Suez Water began compiling data about service lines a few years ago when it placed new water meters in Bayonne properties.  The database is available for the public to search online on the City of Bayonne website, which is www.bayonnenj.org.  Mayor Davis said, “Unlike most communities, we are very fortunate that Bayonne already has an existing service line status database and we have been able to identity the properties with lead service lines. Having a completed database puts us in a much better position to attack this issue as quickly as possible.”  Mayor Davis continued, “Suez Water is responsible for the database and the way in which it is laid out.  Their list is not arranged in street order.  As a service to our residents, the City of Bayonne added a way for residents and property owners to save time and search for their addresses quickly in Suez Water’s list of more than 12,000 addresses.  In some cases, neighboring houses claim the same house number.  By using block and lot numbers, people should be able to determine which service line information goes with which house.”

To find an address in the database:

  • Press Ctrl+F, or go to Home > Find & Select > Find.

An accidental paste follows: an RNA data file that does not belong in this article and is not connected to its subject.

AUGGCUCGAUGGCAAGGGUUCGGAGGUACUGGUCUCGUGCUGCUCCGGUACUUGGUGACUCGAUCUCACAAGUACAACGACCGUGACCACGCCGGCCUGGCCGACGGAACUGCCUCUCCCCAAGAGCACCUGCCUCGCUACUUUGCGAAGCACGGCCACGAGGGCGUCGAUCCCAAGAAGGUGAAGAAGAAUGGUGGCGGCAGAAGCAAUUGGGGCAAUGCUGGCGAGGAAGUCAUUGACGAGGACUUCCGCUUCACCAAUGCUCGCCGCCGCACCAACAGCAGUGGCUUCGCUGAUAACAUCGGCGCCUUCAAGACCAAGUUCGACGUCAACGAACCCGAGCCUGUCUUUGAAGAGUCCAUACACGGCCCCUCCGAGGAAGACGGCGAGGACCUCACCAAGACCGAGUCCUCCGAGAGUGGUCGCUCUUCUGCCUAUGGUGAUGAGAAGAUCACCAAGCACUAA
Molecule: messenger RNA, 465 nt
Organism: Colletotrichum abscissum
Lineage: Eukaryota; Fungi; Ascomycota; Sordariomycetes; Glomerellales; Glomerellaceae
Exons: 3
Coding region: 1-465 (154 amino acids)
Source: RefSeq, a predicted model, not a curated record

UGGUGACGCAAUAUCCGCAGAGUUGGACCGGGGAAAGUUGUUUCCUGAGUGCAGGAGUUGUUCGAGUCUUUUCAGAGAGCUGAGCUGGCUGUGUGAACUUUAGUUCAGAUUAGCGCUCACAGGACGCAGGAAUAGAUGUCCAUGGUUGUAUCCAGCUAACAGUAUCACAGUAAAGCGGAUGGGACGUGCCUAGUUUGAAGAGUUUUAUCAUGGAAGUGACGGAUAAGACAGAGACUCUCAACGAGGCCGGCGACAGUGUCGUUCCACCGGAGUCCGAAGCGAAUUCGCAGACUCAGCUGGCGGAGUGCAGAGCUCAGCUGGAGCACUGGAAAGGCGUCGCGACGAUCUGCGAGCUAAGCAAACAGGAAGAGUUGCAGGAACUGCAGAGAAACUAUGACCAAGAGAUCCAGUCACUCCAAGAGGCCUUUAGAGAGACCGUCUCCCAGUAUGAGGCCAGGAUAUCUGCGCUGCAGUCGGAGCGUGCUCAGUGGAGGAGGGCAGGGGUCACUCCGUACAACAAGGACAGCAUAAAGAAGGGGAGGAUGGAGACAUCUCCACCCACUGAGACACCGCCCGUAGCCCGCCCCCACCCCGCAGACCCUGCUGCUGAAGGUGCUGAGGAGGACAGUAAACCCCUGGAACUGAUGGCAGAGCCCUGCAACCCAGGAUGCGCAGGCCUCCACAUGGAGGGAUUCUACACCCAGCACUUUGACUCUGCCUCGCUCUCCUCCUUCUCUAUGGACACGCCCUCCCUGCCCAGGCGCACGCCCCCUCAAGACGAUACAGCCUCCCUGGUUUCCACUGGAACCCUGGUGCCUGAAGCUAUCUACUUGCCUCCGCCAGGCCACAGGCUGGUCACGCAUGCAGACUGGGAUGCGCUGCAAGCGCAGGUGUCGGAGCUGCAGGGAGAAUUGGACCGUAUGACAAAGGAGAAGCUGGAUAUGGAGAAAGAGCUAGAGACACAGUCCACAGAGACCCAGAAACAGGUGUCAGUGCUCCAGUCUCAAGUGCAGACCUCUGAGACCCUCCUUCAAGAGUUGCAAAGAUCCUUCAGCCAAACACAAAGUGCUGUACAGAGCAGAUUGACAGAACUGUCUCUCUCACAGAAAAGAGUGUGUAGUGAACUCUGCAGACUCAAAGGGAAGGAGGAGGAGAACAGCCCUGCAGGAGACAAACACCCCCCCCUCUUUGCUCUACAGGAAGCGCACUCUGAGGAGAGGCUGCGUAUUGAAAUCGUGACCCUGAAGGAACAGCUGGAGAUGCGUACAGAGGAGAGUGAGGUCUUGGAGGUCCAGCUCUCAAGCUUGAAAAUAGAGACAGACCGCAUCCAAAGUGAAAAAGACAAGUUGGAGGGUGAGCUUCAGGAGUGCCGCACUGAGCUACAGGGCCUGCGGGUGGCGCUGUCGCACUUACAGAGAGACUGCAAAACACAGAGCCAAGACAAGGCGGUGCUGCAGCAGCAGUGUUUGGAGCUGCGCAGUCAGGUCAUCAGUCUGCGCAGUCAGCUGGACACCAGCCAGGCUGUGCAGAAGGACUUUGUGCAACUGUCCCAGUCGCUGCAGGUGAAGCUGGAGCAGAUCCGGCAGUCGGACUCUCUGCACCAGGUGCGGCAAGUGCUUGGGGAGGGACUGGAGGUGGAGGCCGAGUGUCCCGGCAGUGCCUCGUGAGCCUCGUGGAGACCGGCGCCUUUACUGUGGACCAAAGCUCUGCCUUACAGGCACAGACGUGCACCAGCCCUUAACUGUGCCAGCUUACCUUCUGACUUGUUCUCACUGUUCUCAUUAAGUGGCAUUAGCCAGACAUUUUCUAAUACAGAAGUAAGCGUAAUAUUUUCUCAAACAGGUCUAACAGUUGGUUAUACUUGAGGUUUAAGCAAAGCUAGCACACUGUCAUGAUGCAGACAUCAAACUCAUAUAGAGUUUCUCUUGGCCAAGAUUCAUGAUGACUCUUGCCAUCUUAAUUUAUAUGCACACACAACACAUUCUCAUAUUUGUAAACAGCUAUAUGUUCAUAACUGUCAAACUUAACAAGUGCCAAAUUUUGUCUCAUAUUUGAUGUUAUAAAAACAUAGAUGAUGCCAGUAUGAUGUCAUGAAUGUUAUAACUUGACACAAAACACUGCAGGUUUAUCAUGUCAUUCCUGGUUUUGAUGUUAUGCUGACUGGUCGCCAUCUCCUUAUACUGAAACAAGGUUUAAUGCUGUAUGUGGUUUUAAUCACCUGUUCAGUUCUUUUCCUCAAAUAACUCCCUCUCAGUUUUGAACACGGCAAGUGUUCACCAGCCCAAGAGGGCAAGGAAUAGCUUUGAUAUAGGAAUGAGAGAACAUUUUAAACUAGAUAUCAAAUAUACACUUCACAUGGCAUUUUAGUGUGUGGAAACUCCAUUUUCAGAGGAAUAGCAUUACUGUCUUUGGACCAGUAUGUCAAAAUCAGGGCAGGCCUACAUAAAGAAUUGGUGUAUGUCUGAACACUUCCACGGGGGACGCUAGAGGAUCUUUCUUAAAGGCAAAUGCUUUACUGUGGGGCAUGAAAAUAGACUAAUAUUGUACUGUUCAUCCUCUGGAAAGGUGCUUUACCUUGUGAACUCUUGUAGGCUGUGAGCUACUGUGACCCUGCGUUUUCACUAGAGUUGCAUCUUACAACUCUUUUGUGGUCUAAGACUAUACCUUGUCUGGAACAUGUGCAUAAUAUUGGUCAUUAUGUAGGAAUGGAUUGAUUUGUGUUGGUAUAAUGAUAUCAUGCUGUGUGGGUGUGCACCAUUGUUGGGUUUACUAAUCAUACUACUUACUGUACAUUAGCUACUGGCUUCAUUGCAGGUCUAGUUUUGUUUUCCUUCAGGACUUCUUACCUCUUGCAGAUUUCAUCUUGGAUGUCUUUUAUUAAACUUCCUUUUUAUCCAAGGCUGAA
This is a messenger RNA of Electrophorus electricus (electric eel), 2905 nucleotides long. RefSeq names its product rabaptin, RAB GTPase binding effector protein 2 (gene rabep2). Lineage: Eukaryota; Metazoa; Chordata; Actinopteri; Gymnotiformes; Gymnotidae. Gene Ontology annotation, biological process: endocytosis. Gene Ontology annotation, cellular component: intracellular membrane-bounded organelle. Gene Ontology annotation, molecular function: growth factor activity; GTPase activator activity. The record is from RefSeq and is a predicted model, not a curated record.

• In the Find What: box, type the text, addresses or numbers you want to find. Click Find Next to run your search.  
  • When searching, use E for East and W for West.  
  • Use ST for STREET.  
  • Sometimes the list uses AV for Avenue, and sometimes it uses AVENUE for Avenue.  If AV does not produce results, then try AVENUE.  If AVENUE does not produce results, then try AV. 

According to Suez Water, there are 12,245 service lines connected to the Bayonne water system.  Each type of service line has an abbreviation in the database. Out of that total, the majority (8,376, or about 68%) are non-lead (NL) lines.  There are 2,335 properties with lead (L) lines.  Another 338 have galvanized (G) lines.  Suez Water has combined the Lead (L) and the Galvanized (G).  Suez added Lead (L) lines and Galvanized (G) lines into a list it calls “known lead service lines,” which represents about 21% (2,673) of the total.  An additional 1,196, or nearly 10% of the total, are counted as “Lead Status Unknown,” or UL. The Lead, Galvanized and “Lead Status Unknown” lines all need to be replaced.  

Mayor Davis said, “The City of Bayonne will be working with Suez Water to find federal and/or state funding to pay for the replacement of lead service lines and the other lines that need to be changed out. Our goal is to obtain new service lines for our affected residents and property owners as quickly and efficiently as possible.  In the coming weeks and months, we will have additional announcements to make as we develop a system for installing new service lines.”

Suez Water has prepared a list of questions and answers about lead service lines.  That material is on the City website, along with the database of addresses and their lead service line status.  

Halleron concluded by saying, “There is no cause for panic—the water in our system is safe. What is being done now by the City of Bayonne will help to ensure that any possible source of contamination between the water main and the home is ultimately removed.”